Online PhD Defence Radina Blagoeva
In her dissertation 'The Hard Power Of Soft Power: A behavioral strategy perspective on how power, reputation, and status affect firms’, Radina Blagoeva seeks to shed light on how evaluations by financial markets affect firm decision making and how strategic decisions are evaluated by those markets in three empirical studies. By approaching these issues through the lenses of power, reputation and status, this dissertation reveals some important insights. Radina Blagoeva defended her dissertation on Friday, 26 June 2020 at 13:30h. Her supervisors are Prof. dr. J.J.P. Jansen (RSM) and Prof. dr. T.J.M. Mom (RSM).
Radina Blagoeva is a doctoral candidate in Strategic Management at the Rotterdam School of Management, Erasmus University, where she also obtained an MPhil in Strategic Management and Entrepreneurship cum laude. During her PhD, she spent three months as a visiting scholar at the Lee Kong Chian School of Business, Singapore Management University. In August 2020, she will join the Terry College of Business, University of Georgia, as an Assistant Professor.
Radina is interested in behavioral strategy, and more specifically in the interactions and mutual influence of CEOs, firms and financial markets. Her research is focused on the impact of biases on (1) how CEOs incorporate feedback from financial markets in strategic decisions and (2) how financial markets evaluate firms’ strategic initiatives and communications. She analyzes those issues primarily through the lenses of power, status and reputation.
Radina has published some of her work in the Academy of Management Journal. She has also won a prestigious Strategic Management Society SRF Dissertation Research Program Grant. She has presented her work at multiple international conferences, including the Academy of Management Annual Meeting, Strategic Management Society Annual Conference, International Corporate Governance Society Annual Conference and Centre for Corporate Reputation Symposium.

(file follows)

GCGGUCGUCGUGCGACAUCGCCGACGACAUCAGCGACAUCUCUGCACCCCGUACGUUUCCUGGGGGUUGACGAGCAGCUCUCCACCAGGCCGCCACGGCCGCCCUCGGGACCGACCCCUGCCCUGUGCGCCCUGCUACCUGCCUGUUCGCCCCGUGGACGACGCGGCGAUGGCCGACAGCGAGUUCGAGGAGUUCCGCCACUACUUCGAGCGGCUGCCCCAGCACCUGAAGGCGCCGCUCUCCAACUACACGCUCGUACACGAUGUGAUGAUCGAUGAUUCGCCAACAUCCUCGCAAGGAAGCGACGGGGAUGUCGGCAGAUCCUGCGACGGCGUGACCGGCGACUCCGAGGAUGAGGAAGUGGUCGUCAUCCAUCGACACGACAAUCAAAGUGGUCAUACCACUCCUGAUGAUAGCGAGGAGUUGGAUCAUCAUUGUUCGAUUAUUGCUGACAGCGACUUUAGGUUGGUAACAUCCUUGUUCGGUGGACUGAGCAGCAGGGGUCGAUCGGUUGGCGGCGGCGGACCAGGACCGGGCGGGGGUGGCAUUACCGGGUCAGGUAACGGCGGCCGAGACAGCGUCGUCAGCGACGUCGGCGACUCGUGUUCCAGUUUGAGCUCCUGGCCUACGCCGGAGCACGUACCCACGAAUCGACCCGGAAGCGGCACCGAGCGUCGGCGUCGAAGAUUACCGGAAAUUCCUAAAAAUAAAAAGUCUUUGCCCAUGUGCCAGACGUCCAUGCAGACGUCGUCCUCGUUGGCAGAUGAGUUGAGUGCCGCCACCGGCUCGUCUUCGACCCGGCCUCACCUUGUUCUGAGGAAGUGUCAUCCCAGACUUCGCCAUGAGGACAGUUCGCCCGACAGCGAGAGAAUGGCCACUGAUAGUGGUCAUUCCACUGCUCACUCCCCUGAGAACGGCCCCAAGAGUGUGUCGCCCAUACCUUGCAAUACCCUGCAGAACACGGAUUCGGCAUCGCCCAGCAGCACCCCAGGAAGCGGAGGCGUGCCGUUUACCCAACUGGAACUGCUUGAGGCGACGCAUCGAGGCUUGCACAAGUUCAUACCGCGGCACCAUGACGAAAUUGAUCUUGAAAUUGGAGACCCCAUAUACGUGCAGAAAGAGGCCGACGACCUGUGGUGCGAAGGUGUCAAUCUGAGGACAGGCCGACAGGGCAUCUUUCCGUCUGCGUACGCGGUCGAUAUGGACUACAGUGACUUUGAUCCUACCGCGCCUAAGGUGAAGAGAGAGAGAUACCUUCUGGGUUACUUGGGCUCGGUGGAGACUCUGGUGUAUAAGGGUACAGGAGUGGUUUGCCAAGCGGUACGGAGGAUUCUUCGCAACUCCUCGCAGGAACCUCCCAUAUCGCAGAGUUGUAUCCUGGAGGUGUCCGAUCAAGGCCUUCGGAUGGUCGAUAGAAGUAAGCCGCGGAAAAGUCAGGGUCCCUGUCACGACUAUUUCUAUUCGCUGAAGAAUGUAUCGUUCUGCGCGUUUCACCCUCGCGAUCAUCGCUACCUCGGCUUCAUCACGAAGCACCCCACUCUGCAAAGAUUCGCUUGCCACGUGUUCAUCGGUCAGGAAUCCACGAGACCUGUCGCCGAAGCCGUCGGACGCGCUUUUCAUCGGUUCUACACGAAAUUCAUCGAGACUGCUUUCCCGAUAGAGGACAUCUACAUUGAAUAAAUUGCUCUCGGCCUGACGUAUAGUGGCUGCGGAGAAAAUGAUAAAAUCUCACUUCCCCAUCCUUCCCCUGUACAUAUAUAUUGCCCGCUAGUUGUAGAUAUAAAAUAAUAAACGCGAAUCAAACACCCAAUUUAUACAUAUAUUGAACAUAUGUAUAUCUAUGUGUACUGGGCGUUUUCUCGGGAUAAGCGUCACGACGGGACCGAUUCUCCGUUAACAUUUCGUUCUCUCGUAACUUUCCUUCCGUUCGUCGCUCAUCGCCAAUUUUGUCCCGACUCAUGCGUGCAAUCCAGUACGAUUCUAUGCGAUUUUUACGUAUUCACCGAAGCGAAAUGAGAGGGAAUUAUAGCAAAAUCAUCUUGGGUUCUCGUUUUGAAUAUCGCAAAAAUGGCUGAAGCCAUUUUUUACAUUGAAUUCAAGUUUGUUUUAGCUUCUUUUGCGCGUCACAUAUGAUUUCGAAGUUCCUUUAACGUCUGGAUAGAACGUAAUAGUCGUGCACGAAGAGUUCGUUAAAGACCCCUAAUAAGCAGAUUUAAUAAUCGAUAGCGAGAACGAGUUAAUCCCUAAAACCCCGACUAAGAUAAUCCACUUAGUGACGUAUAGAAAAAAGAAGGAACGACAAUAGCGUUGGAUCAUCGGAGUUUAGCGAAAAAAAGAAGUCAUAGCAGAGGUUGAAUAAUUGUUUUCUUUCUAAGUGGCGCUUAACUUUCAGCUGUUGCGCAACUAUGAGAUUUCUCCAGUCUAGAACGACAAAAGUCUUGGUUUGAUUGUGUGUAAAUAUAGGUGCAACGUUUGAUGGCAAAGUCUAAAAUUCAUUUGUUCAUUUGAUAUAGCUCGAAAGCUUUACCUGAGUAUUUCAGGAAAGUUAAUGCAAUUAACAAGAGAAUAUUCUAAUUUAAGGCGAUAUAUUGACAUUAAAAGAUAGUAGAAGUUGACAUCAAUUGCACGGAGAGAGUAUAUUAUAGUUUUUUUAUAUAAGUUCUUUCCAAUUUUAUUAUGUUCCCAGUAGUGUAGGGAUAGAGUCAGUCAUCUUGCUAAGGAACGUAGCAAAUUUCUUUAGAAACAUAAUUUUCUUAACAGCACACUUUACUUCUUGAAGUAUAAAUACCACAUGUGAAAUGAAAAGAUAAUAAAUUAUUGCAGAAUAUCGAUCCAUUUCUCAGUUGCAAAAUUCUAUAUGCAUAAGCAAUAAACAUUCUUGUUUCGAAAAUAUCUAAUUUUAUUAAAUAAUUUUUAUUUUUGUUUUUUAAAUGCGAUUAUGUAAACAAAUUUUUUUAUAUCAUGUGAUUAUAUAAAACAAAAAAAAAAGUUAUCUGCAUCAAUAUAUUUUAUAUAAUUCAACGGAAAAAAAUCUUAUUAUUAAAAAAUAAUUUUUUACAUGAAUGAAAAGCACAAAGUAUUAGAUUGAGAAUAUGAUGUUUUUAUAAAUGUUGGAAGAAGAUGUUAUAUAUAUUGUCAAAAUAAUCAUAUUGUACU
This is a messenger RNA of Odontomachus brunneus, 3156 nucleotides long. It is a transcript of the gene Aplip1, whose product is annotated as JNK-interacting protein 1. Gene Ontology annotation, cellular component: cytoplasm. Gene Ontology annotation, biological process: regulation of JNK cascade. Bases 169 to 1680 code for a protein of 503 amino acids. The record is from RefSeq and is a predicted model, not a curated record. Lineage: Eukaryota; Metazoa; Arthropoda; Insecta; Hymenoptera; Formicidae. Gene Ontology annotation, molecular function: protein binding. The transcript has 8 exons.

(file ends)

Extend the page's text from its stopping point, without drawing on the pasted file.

This dissertation seeks to shed light on how evaluations by financial markets affect firm decision making and how strategic decisions are evaluated by those markets in three empirical studies. By approaching these issues through the lenses of power, reputation and status, this dissertation reveals some important insights. The first study shows that the kind of power held by a CEO determines the extent to which firms invest in R&D when financial analysts voice concerns regarding the future prospects of a previously successful firm. While CEO prestige power is instrumental in boosting R&D investment, CEO expert, structural and ownership power hinders it. The second study shows that building a strong growth or dividend reputation helps firms who are engaging in acquisitions to maintain positive relationships with investors. This is even more the case when firms communicate in their acquisition announcements how the acquisition is meant to exceed the expectations that investors have of firms, based on their growth or dividend reputations. Finally, the third study reveals that investors react positively to information released by firms with high-status CEOs not because of the CEO’s status per se, but because those CEOs use less powerful language to communicate to investors, which investors prefer. Overall, this dissertation demonstrates how unpacking the effects of power, reputation and status on decision-making and evaluation could help to advance behavioral strategy research.